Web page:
Alliance for the Future of Agriculture in Nebraska
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Alliance for the Future of Agriculture in Nebraska
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Nebraska Poultry and Egg Production

Nebraska Poultry

Poultry products – including eggs, chicken and turkey meat – are a healthy part of the diets of most Americans. Poultry farmers are committed to caring for their animals, which entails making sure their poultry live in a safe, humane and comfortable environment. Egg farmers follow guidelines to ensure hens are provided with nutritious feed, clean water, proper lighting and fresh air. These guidelines place top priority on comfort, health and safety.

  • At the beginning of a pullet's (a young female chicken) life in the hatchery, she is vaccinated to prevent future diseases. On the farm, pullets will be grown in cages until they are moved to a laying facility at 16 to 17 weeks of age.
  • A laying hen begins laying eggs at approximately 18 weeks of age. By the end of her first year, a hen may have produced upwards of 200 eggs.
  • The hen reaches peak egg production within four to six weeks after she begins to lay eggs. They lay their eggs in a controlled environment that helps ensure the production of high-quality eggs.
  • On some farms, eggs are still gathered by hand. But in most of today’s modern production facilities, automated gathering belts do the job.
  • After being collected, the eggs are washed, graded, sorted, and placed in cartons. The eggs are then shipped in refrigerated trucks to grocery stores or to be processed further.
  • Hens are fed high-quality, nutritionally balanced feed made up mostly of corn, soybean meal, vitamins and minerals.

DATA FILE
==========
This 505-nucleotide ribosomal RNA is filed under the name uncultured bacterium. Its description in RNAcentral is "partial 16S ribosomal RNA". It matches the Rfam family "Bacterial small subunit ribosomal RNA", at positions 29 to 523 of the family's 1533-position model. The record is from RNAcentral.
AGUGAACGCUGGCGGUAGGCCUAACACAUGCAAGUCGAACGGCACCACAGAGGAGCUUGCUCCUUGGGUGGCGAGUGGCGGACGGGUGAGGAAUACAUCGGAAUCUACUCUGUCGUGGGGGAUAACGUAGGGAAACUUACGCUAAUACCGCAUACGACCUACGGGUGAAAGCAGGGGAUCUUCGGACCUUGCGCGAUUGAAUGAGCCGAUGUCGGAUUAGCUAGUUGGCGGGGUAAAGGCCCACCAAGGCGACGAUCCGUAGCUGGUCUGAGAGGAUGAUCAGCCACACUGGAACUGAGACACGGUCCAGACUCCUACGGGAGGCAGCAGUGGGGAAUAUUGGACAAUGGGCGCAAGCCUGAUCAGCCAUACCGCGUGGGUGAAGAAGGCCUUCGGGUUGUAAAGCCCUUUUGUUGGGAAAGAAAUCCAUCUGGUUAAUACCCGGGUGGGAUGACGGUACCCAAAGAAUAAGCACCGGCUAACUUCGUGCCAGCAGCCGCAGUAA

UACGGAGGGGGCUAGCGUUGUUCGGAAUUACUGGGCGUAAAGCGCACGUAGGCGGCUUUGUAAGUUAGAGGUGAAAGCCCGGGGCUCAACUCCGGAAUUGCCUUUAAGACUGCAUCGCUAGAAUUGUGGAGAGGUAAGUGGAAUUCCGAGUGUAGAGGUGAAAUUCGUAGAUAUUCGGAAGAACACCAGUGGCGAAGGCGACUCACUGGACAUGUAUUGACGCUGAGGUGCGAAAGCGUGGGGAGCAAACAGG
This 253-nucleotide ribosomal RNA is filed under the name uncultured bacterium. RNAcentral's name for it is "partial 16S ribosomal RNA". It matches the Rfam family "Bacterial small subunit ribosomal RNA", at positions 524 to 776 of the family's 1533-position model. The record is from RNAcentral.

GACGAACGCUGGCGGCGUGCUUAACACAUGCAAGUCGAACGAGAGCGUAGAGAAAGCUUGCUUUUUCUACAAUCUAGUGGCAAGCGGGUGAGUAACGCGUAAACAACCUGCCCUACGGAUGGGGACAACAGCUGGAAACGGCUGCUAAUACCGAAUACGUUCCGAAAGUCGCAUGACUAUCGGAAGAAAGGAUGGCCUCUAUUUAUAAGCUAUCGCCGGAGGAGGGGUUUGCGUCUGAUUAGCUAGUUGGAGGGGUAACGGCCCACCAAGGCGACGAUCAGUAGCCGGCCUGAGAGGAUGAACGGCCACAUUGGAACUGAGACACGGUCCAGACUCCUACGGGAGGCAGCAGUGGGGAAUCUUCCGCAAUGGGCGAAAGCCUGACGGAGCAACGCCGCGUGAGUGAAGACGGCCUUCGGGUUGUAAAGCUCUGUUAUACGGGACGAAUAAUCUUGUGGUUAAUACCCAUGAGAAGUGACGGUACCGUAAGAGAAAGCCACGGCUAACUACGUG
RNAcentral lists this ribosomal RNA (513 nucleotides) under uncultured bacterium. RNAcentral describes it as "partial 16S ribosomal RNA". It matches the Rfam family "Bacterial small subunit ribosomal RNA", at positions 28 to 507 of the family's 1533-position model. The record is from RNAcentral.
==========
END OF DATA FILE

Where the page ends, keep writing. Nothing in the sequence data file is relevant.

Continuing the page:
• Broilers are chickens raised primarily for meat production. It typically takes six to eight weeks before broilers weigh five to eight pounds and are ready for market.
  • Raising turkeys takes more time than raising broilers, as turkeys take longer to mature. A turkey is sent to market between 15-25 weeks of age when they weigh 35-40 pounds.

For more information on poultry farming in Nebraska, check out these links:

Key points about animal welfare:

  • Top management must sign off on the program.
  • Company must have a person or management group in charge of animal welfare throughout company.
  • Those involved in handling live animals must be trained annually.
  • Abuse of the animals is not tolerated under any circumstances.
  • Stocking density is limited based on size of the individual bird.
  • Ammonia in atmosphere and moisture in litter are limited.
  • Humane handling required at catching.
  • Wing and leg damage are limited and monitored.
  • Birds protected from extremes of temperature in transportation and holding and provided with ventilation.
  • All birds must be dead before entering the scalder.
  • Culled birds to be humanely euthanized.
  • “Major non-conformance” (live chicken in hatchery waste, abuse of birds, live bird in DOA bin, live bird through scalder) results in audit failure until problem is corrected.

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